If you spot any errors, please leave a comment.

Download/Fullsize (external link)

Comparison of Software Ecosystems

The three companies most known for their ecosystems are probably Microsoft, Google, and Apple.

Microsoft offers Windows (desktop and mobile), Xbox, a cloud (OneDrive), Microsoft Office, a mail and PIM service (Live), a search engine (Bing), a browser (Internet Explorer/Edge), Skype, and phones (Microsoft Lumia, formerly Nokia), among otherse.

Apple provides two consumer operating systems as well, has the iCloud, iTunes, Beats headphones, Apple Pay, the Safari browser, iMessage and Facetime, the iWork office suite, and of course hardware (Macbook, iPad, iPhone, iPod, ...).

Google offers services and products in the same markets: Chrome OS and Android, the Chrome browser, the Google Play app store, Google the search engine, Google Maps, Youtube, Hangouts, Google Docs, GMail, and many more; however, no software.

Click on the fullsize link to see a comparison of all the companies competing in the  software and electronics market to establish their ecosystem.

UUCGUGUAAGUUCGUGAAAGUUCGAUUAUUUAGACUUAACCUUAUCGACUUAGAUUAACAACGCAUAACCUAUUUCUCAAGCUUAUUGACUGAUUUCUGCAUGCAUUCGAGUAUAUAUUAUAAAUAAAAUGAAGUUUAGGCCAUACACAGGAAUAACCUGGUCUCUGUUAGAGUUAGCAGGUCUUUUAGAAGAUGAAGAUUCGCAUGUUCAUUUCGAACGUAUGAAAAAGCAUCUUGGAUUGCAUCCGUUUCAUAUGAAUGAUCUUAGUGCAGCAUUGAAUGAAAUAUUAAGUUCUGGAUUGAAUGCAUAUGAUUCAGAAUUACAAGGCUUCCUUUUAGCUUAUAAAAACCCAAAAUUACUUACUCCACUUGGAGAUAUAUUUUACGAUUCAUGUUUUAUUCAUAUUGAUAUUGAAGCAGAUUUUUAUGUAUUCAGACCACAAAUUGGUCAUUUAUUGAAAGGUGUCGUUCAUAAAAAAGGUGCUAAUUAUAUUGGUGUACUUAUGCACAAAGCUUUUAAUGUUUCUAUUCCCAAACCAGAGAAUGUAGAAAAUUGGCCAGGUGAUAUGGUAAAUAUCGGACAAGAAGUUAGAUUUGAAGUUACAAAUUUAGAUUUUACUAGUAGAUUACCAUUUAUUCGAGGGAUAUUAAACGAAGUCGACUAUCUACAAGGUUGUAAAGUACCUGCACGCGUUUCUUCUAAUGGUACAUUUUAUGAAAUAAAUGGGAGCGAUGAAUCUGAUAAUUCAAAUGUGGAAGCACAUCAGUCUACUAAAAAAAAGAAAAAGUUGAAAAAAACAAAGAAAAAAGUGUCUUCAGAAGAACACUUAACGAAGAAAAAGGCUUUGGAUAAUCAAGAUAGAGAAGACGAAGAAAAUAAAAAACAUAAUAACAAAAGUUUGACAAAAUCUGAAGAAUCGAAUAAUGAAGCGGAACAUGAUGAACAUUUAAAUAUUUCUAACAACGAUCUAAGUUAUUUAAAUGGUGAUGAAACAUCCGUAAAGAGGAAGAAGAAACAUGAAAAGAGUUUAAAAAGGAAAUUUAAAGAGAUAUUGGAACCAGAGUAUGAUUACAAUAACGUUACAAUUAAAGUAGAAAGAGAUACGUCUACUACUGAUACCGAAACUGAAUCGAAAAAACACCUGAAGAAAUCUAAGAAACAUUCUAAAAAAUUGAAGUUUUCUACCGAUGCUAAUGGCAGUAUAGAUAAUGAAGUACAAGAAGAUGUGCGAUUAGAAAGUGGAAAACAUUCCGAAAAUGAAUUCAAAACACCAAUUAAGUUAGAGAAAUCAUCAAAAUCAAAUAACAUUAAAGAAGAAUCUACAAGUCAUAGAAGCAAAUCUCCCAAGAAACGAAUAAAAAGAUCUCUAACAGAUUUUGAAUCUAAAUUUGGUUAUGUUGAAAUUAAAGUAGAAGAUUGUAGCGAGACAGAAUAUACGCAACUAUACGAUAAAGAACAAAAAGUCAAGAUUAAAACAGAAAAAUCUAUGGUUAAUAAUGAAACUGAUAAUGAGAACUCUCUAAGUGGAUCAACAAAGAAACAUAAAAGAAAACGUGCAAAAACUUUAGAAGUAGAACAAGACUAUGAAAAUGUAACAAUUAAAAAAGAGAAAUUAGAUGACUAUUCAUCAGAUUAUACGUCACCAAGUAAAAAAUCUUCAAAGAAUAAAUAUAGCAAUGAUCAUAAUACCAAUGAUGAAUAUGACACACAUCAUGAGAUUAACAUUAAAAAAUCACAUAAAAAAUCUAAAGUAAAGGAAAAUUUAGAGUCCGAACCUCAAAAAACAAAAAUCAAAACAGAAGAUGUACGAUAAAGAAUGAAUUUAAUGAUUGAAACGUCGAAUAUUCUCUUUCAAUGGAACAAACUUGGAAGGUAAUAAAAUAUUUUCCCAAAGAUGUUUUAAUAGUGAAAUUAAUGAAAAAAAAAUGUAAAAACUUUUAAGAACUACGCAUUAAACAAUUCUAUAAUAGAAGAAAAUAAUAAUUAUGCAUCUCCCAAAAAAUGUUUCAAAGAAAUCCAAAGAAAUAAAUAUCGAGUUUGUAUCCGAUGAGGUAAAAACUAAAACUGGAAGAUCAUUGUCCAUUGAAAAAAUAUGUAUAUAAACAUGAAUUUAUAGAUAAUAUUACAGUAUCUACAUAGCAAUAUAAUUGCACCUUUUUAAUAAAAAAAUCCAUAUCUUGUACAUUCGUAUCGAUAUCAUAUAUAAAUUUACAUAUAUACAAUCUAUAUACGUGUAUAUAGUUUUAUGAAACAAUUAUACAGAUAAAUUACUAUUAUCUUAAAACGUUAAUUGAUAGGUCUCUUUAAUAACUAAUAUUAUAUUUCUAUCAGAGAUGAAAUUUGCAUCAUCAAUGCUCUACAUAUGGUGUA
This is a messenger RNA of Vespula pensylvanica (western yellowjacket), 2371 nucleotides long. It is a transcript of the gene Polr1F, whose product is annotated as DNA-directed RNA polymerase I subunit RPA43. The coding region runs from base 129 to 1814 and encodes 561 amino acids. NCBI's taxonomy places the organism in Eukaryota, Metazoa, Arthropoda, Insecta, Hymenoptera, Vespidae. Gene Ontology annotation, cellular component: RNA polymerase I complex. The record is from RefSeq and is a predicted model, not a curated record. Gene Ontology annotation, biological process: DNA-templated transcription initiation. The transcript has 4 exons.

If you spot any errors, please leave a comment.

Download/Fullsize (external link)

Comparison of Desktop Environments

The choice of desktop environments is important for users of Linux and *BSD.

A few years ago you'd have to decide between KDE and Gnome, with the 3rd way choice of Xfce for slow computers. With the controversial release of Gnome 3, the Gnome "faction" split into 4: Gnome 3, MATE (a continuation of Gnome 2), Cinnamon (developed by Linux Mint), and Unity (developed by Ubuntu). There was also the release of LXDE (soon to be LXqt), a new low-resource desktop environment aimed at old computers and therefore in competition with Xfce.

I have also added Enlightenment, Pantheon, and CDE to the comparison, as they are also (kind of) relevant desktops for Linux/Unix systems. In addition to that, the desktops of Windows and Mac OS X are included.

If you spot an error, please leave a comment.

Download/Fullsize (external link)

Comparison of Chat and Instant Messaging Apps

This table compares popular chat and instant messaging programs. Both the classical, desktop-based applications such as ICQ and Skype, and the newer, mobile-based apps such as Whatsapp, iMessage, Line, KakaoTalk, and WeChat are included.

The winners of the comparison actually are Gadu-Gadu and QQ, which might be surprising, but is reasonable given their features and the platforms they are available for. If the number of users is included as well (as a chat program without users is useless), the top 5 go to
  1. QQ
  2. Facebook Messenger
  3. Whatsapp
  4. Gadu-Gadu
  5. Skype
If you spot any errors or have any updated information, please leave a comment.

Download/Fullsize (external link)

Comparison of Web Browsers

In this post I have attached a comparison of the 5 main web browers: Google Chrome, Apple Safari, Mozilla Firefox, Microsoft Edge, and Opera.